Cover image for Go to sleep, little farm
Go to sleep, little farm
Ray, Mary Lyn, author.
Personal Author:
Publication Information:
Boston : Houghton Mifflin Harcourt, [2014]
Physical Description:
1 volume (unpaged) : color illustrations ; 24 x 27 cm
"The farm's creatures prepare for night and rest"--
Format :


Call Number
Material Type
Home Location
Item Holds
J PIC BOOK Juvenile Fiction Childrens Area

On Order



In the tradition of Margaret Wise Brown, Mary Lyn Ray presents a hushed picture book about the rhythm of the natural world on a small farm as all creatures prepare for sleep. Artist Christopher Silas Neal's classic illustrations quiet even the most restless little night owls with familiar childlike imagery and the comforts of routine. All is well, it reminds them. Now is the time for dreams.

Author Notes

Mary Lyn Ray was born in Louisiana in 1946. She is a conservationist who worked in museums for fifteen years and as a professional consultant in land protection and historic preservation. She is also the author of several picture books for children including Christmas Farm, Pumpkins, Shaker Boy, Welcome, Brown Bird, and Stars.

(Bowker Author Biography)

Reviews 3

Booklist Review

In this sleepy-time read, a little girl gazes out a farmhouse window, thinking of how somewhere a bee makes a bed in a rose, a beaver weaves a bed in a bog, a bear finds a bed in a log, and so on. Each of the girl's musings is illustrated with a view of the sleepy, shelter-seeking animal and then contrasted with the girl's own similar preparations for bed. For example, the bear in a log is followed by the little girl burrowing under the covers to read. The book then moves softly toward sleep, as the girl thinks about how trees sleep, and a rooster perches on a sliver of moon. The final section bids adieu to all the animals we have met (Go to sleep, little fish, etc.) and ends with the girl's mother leaning over the now-sleeping child: Go to sleep, little ear. The blue-hued mixed-media illustrations soothingly depict a farm as it moves from dusk to night and bring a hush to the book and no doubt its readers as well.--Fletcher, Connie Copyright 2014 Booklist

Publisher's Weekly Review

Ray's (Stars) lullaby reads like a sequel to Goodnight, Moon, with the same offbeat humor and incantatory language extending to the farm and the forest beyond it. Animals are seen settling down for the night while a young bed goer in the farmhouse mirrors their actions. "Somewhere a beaver weaves a bed in a bog,/ Somewhere a bear finds a bed in a log." Neal, in a reprise of the remarkable cutaway views of his Over and Under the Snow, shows the bulky bear at rest, while on the following page, the girl reads underneath her blankets, the mound of bedclothes echoing the curves of bear and log. The retro-style mixed-media artwork is created in the blues and roses of twilight, and the action swings between outside and inside. Repeated, pleasingly surreal lines of verse convey the sense of drifting into slumber: "Somewhere a worm sleeps in the dirt./ Somewhere a pocket sleeps in a skirt." The worm emits delicate a row of z's; so does the pocket. It's a keeper. Ages 4-8. Author's agent: Erin Murphy, Erin Murphy Literary Agency. Illustrator's agent: Stephen Barr, Writers House. (Sept.) (c) Copyright PWxyz, LLC. All rights reserved.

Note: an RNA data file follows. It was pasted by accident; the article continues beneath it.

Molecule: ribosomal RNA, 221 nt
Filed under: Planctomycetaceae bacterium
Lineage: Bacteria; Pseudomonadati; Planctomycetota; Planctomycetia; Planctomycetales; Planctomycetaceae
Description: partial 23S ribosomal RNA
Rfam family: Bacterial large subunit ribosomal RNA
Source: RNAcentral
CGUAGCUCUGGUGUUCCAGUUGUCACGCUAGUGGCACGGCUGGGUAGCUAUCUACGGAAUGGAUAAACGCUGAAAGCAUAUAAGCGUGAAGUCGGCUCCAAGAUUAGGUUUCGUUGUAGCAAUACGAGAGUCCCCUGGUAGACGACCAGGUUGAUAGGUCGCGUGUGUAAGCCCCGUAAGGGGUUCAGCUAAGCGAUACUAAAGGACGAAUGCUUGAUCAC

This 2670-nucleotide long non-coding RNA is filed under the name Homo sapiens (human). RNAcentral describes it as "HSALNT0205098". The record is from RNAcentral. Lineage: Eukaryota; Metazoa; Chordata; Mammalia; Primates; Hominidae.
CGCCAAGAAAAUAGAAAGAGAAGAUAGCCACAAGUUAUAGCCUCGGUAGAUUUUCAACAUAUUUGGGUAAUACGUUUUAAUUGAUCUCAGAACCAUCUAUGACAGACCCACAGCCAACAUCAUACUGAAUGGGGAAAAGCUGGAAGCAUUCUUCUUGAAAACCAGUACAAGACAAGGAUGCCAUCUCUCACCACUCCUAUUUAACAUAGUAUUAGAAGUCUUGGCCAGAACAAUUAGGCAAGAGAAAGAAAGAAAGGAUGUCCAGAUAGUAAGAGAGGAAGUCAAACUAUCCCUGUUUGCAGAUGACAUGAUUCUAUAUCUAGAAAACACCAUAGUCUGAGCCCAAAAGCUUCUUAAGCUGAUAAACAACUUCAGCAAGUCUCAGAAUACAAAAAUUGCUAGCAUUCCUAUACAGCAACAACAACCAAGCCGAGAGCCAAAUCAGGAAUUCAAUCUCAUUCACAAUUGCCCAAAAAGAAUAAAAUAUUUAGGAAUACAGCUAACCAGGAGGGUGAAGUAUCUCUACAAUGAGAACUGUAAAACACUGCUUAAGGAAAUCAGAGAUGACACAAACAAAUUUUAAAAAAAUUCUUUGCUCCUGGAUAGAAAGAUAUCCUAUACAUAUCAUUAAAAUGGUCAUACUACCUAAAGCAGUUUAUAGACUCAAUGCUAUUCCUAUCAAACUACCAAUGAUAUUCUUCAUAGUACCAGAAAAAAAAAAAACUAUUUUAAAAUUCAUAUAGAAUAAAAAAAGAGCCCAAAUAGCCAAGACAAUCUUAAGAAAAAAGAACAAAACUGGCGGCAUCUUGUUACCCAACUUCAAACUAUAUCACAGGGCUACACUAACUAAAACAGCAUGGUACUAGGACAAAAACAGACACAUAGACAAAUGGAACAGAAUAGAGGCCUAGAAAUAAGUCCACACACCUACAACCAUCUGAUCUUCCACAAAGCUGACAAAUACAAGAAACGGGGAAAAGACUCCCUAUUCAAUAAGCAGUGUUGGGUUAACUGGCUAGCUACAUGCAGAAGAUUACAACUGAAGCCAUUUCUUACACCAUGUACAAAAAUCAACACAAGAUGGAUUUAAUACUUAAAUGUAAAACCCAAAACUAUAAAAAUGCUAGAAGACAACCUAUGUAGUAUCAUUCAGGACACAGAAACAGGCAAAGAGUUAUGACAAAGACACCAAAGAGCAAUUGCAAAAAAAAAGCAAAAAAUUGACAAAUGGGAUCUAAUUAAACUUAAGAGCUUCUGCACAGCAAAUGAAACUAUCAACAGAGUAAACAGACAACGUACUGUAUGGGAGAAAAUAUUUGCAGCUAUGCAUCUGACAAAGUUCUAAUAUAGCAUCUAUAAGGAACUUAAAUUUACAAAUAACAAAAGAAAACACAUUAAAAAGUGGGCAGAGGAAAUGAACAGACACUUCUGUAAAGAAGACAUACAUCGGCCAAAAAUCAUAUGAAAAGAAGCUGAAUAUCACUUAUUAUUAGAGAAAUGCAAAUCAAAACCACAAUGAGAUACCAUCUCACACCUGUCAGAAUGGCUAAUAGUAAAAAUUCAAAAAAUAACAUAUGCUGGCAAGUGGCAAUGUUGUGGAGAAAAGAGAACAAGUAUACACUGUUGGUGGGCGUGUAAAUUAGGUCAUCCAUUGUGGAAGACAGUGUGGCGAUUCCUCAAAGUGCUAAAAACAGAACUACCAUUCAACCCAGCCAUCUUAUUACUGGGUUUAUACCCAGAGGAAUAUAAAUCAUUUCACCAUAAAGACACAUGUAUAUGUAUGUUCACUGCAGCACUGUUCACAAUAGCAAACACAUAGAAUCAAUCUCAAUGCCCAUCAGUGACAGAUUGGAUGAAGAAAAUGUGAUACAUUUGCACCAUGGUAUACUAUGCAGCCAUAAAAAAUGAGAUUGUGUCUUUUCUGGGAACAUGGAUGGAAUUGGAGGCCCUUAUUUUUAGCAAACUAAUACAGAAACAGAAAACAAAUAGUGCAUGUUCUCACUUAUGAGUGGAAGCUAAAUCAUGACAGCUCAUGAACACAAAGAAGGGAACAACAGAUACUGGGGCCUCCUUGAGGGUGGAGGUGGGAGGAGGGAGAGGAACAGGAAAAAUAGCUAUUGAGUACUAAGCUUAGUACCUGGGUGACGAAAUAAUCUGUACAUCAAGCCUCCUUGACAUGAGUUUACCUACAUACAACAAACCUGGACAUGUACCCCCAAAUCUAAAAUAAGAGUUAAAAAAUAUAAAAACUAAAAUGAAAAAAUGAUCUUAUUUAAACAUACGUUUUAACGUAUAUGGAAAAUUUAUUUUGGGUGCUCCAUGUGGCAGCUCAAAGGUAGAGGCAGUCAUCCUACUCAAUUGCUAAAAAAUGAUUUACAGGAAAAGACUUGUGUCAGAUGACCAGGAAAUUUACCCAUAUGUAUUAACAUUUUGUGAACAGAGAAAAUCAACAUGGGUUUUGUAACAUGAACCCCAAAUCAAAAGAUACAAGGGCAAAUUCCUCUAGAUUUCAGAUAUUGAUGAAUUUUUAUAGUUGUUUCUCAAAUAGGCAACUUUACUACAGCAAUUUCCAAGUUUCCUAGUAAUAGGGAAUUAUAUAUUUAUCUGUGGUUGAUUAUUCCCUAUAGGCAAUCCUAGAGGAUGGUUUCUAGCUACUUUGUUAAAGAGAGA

School Library Journal Review

PreS-Gr 1-As night descends, a girl is getting ready for bed. "Somewhere a bee/makes a bed in a rose,/because the bee knows day has/come to a close." Each outdoor action of an animal preparing for sleep is mirrored by one inside: a bear ready for slumber in a log is juxtaposed with the little girl reading under the covers. Overall, the rhyming text is evocative, while some of the imagery is a bit whimsical. "Somewhere a worm sleeps in the dirt./Somewhere a pocket sleeps in a skirt." There is some disconnect among the title, cover, and text, as the cows, horses, and chickens are joined by owls, foxes, bears, beavers, and rabbits. The mixed-media illustrations are done in a muted palette composed primarily of blues, reds, and white and lend a sleepy, soothing, nighttime air to the story. Retro-styled, they evoke the "great, green room" in Margaret Wise Brown's Goodnight Moon. By the end, both the animals and the child are safely tucked in with the promise of dreams to come. A quiet book for sharing in a cozy setting.-Sara-Jo Lupo Sites, George F. Johnson Memorial Library, Endicott, NY (c) Copyright 2014. Library Journals LLC, a wholly owned subsidiary of Media Source, Inc. No redistribution permitted.